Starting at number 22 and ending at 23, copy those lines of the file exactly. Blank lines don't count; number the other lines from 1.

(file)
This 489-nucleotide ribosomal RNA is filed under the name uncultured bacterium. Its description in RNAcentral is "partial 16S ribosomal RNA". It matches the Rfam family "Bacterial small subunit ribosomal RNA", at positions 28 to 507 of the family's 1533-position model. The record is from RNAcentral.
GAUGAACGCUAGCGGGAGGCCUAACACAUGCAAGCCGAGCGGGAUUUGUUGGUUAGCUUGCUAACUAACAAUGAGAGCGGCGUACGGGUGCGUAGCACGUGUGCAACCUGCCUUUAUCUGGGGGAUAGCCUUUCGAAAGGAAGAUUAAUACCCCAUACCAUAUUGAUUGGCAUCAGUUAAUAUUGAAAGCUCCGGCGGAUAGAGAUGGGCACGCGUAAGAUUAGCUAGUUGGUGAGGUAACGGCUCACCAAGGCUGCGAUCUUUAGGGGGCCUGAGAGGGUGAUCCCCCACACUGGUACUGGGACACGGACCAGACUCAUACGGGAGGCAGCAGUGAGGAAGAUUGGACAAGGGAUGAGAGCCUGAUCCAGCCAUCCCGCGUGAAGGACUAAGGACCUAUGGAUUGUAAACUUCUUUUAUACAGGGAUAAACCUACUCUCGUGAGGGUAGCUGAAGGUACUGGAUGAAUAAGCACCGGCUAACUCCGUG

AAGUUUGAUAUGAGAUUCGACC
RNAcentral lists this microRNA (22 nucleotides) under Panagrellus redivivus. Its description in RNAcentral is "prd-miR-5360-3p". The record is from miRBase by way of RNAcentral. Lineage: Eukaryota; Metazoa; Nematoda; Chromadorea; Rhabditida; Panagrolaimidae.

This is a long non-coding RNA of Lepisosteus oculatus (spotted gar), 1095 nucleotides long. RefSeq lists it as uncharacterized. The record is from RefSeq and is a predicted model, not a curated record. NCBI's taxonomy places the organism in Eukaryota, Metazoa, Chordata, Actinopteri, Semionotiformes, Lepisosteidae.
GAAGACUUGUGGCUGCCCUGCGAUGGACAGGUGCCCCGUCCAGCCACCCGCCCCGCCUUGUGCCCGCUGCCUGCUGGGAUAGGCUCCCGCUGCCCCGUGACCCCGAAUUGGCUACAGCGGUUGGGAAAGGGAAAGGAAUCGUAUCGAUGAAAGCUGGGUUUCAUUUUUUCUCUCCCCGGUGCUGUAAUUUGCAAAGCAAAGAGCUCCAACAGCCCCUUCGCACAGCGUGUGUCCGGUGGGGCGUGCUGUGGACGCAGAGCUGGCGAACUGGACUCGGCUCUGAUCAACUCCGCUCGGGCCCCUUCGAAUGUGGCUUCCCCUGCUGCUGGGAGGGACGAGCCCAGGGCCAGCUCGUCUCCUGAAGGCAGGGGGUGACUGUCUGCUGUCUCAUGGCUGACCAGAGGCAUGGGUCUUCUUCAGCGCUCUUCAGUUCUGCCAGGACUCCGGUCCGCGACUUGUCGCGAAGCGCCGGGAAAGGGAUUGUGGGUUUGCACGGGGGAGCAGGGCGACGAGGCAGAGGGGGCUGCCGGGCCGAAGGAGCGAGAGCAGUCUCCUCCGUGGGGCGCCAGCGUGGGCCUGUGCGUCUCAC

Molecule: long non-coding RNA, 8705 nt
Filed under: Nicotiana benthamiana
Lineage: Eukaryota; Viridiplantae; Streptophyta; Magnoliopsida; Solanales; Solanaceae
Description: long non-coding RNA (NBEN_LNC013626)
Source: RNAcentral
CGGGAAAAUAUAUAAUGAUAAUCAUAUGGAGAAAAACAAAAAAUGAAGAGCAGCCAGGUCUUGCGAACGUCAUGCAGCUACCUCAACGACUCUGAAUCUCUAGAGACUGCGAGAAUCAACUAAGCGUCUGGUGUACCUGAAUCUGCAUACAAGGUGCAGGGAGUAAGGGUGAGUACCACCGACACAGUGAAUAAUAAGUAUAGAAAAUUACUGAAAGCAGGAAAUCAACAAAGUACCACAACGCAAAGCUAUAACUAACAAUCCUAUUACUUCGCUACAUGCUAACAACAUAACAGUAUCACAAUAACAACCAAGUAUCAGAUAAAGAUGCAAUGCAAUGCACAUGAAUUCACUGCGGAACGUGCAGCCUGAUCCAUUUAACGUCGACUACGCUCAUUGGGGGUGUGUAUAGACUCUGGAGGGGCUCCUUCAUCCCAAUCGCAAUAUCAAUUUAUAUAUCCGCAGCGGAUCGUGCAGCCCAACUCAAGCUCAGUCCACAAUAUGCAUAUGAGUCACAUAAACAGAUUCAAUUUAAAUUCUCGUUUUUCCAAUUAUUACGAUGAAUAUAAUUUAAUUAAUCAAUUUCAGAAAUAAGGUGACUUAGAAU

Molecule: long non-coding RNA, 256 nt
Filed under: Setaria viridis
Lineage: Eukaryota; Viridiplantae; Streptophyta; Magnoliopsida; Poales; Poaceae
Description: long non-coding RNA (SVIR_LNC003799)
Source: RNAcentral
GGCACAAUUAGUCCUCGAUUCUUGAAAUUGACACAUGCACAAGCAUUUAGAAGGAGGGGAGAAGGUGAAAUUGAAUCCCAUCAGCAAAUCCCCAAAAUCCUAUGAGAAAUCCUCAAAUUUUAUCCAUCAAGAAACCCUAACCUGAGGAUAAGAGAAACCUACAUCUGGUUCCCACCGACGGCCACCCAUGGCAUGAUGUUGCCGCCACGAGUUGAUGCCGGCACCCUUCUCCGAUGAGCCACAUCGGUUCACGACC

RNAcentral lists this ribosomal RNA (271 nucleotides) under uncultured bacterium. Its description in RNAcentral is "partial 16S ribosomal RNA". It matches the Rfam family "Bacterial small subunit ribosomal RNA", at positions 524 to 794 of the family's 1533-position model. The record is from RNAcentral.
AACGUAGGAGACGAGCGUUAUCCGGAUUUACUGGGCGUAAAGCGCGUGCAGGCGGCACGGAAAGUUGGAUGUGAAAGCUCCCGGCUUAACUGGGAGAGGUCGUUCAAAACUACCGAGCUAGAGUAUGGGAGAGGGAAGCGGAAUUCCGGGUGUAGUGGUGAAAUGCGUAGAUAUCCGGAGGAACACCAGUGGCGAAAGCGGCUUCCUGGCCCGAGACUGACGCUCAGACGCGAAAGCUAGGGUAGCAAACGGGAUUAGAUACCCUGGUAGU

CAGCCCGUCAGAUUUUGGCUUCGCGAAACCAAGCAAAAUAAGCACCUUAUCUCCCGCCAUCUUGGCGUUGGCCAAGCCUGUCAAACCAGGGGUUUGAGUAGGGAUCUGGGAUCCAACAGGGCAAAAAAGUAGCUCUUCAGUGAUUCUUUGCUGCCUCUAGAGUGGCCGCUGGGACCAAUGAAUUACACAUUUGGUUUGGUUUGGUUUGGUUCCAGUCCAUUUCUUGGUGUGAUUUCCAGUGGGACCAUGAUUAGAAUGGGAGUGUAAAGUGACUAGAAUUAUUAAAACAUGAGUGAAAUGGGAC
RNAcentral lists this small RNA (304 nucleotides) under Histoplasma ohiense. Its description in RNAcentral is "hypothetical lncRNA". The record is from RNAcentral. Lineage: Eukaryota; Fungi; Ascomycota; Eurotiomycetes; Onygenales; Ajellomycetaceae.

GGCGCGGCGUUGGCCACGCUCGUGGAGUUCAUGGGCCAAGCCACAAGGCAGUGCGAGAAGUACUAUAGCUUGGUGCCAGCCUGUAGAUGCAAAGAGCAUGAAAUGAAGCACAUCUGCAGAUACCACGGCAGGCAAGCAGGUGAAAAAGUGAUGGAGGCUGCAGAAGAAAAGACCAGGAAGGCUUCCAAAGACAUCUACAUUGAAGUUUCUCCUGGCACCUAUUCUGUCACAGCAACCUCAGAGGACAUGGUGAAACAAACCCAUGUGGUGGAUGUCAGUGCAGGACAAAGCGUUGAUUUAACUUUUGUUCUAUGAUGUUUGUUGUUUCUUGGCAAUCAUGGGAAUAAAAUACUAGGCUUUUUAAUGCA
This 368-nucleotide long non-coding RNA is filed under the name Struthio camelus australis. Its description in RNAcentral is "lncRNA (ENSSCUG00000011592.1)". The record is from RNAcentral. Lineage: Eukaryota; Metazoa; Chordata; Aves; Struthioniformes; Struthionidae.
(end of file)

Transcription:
RNAcentral lists this small RNA (304 nucleotides) under Histoplasma ohiense. Its description in RNAcentral is "hypothetical lncRNA". The record is from RNAcentral. Lineage: Eukaryota; Fungi; Ascomycota; Eurotiomycetes; Onygenales; Ajellomycetaceae.

GGCGCGGCGUUGGCCACGCUCGUGGAGUUCAUGGGCCAAGCCACAAGGCAGUGCGAGAAGUACUAUAGCUUGGUGCCAGCCUGUAGAUGCAAAGAGCAUGAAAUGAAGCACAUCUGCAGAUACCACGGCAGGCAAGCAGGUGAAAAAGUGAUGGAGGCUGCAGAAGAAAAGACCAGGAAGGCUUCCAAAGACAUCUACAUUGAAGUUUCUCCUGGCACCUAUUCUGUCACAGCAACCUCAGAGGACAUGGUGAAACAAACCCAUGUGGUGGAUGUCAGUGCAGGACAAAGCGUUGAUUUAACUUUUGUUCUAUGAUGUUUGUUGUUUCUUGGCAAUCAUGGGAAUAAAAUACUAGGCUUUUUAAUGCA